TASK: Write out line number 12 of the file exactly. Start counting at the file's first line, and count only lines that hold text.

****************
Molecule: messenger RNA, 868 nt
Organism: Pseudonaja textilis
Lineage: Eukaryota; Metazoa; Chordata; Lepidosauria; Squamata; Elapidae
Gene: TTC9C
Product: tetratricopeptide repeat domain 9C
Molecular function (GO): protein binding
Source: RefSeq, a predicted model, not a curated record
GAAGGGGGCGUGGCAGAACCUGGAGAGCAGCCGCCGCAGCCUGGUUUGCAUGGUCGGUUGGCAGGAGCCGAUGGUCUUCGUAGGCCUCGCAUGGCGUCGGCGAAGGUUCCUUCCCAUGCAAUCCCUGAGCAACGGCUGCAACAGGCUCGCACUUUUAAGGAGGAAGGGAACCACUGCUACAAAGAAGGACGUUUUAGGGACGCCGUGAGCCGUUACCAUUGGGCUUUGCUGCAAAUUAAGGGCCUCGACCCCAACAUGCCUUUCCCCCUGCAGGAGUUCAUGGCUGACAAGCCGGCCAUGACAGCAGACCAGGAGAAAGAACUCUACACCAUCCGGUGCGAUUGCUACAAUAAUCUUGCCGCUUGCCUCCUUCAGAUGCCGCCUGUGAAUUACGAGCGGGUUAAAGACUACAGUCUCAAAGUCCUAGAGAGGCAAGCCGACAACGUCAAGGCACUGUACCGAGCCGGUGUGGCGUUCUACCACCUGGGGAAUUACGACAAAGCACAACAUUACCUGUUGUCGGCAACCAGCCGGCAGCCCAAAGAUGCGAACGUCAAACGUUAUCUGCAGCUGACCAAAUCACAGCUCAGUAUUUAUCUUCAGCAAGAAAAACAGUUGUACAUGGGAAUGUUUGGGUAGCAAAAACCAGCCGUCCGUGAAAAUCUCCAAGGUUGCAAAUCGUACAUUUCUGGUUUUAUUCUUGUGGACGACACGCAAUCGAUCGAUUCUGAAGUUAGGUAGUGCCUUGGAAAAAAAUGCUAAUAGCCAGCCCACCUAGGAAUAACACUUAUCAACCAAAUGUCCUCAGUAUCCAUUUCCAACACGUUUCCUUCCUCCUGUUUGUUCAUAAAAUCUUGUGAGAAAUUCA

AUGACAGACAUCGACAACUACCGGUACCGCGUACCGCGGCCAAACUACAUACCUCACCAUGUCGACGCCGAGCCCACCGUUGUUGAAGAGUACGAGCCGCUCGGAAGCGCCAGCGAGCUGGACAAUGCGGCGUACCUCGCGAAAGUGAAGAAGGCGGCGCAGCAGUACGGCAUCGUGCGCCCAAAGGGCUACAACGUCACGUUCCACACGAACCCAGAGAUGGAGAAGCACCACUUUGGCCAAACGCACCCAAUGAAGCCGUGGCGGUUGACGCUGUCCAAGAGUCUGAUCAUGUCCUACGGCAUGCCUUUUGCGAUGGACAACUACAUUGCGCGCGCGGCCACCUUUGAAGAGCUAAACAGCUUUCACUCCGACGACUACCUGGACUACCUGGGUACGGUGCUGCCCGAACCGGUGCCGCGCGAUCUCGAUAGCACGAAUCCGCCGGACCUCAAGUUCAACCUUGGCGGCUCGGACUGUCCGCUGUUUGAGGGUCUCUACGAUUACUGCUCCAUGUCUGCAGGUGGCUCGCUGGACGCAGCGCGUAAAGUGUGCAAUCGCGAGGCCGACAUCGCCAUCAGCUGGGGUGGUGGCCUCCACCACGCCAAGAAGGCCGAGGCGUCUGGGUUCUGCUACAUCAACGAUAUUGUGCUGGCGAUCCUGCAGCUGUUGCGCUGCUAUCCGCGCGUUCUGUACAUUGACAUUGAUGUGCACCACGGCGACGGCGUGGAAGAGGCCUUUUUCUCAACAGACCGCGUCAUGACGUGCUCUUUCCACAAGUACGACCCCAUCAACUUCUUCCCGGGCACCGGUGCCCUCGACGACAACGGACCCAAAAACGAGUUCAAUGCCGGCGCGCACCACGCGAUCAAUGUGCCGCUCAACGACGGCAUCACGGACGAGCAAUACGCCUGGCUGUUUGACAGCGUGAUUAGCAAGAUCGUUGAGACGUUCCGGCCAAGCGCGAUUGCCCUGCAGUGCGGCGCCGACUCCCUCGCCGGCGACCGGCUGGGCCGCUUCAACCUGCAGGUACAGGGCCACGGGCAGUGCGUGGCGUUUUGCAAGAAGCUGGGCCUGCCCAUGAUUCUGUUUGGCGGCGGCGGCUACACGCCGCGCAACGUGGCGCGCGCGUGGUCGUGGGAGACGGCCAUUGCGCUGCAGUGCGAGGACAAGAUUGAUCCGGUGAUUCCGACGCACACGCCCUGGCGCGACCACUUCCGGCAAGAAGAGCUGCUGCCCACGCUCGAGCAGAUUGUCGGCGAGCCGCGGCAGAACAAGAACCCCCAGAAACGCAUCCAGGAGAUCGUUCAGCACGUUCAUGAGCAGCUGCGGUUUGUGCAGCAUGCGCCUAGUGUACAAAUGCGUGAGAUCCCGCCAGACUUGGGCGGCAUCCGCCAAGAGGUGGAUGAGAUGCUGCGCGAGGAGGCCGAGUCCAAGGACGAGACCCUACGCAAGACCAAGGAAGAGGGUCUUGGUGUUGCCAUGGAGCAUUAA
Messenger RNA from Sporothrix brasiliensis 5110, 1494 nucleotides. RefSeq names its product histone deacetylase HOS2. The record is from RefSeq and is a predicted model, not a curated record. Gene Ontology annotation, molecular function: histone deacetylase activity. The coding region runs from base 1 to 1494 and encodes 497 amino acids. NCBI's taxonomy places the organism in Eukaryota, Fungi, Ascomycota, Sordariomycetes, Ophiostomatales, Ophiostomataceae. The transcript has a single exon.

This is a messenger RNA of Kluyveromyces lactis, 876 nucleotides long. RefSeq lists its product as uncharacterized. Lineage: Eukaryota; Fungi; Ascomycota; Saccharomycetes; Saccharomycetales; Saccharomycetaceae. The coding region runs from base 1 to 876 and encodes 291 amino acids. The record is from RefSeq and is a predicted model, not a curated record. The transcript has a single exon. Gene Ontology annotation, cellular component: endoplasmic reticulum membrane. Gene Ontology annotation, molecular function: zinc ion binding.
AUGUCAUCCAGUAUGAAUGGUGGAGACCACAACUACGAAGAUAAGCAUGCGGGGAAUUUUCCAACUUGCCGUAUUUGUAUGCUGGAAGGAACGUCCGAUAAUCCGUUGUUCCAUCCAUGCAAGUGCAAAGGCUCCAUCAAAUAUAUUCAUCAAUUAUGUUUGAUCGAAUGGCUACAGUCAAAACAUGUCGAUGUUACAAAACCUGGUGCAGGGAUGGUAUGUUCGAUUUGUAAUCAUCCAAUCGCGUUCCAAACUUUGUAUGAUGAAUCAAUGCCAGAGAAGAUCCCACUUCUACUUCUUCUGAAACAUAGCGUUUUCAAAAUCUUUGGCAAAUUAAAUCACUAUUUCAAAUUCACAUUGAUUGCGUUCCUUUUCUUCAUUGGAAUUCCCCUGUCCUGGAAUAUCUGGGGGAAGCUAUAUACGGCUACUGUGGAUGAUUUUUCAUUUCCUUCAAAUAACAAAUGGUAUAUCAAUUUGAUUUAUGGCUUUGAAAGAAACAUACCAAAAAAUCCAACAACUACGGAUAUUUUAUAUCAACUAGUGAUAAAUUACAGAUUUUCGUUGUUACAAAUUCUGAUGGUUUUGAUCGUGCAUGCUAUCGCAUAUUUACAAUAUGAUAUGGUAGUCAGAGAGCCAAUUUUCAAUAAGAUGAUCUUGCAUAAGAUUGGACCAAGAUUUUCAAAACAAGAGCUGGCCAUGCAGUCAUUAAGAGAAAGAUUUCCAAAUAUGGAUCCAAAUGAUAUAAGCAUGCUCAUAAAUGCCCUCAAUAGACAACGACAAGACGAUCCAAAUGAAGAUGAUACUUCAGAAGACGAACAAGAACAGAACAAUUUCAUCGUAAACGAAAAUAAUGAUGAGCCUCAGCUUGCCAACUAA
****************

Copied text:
AUGUCAUCCAGUAUGAAUGGUGGAGACCACAACUACGAAGAUAAGCAUGCGGGGAAUUUUCCAACUUGCCGUAUUUGUAUGCUGGAAGGAACGUCCGAUAAUCCGUUGUUCCAUCCAUGCAAGUGCAAAGGCUCCAUCAAAUAUAUUCAUCAAUUAUGUUUGAUCGAAUGGCUACAGUCAAAACAUGUCGAUGUUACAAAACCUGGUGCAGGGAUGGUAUGUUCGAUUUGUAAUCAUCCAAUCGCGUUCCAAACUUUGUAUGAUGAAUCAAUGCCAGAGAAGAUCCCACUUCUACUUCUUCUGAAACAUAGCGUUUUCAAAAUCUUUGGCAAAUUAAAUCACUAUUUCAAAUUCACAUUGAUUGCGUUCCUUUUCUUCAUUGGAAUUCCCCUGUCCUGGAAUAUCUGGGGGAAGCUAUAUACGGCUACUGUGGAUGAUUUUUCAUUUCCUUCAAAUAACAAAUGGUAUAUCAAUUUGAUUUAUGGCUUUGAAAGAAACAUACCAAAAAAUCCAACAACUACGGAUAUUUUAUAUCAACUAGUGAUAAAUUACAGAUUUUCGUUGUUACAAAUUCUGAUGGUUUUGAUCGUGCAUGCUAUCGCAUAUUUACAAUAUGAUAUGGUAGUCAGAGAGCCAAUUUUCAAUAAGAUGAUCUUGCAUAAGAUUGGACCAAGAUUUUCAAAACAAGAGCUGGCCAUGCAGUCAUUAAGAGAAAGAUUUCCAAAUAUGGAUCCAAAUGAUAUAAGCAUGCUCAUAAAUGCCCUCAAUAGACAACGACAAGACGAUCCAAAUGAAGAUGAUACUUCAGAAGACGAACAAGAACAGAACAAUUUCAUCGUAAACGAAAAUAAUGAUGAGCCUCAGCUUGCCAACUAA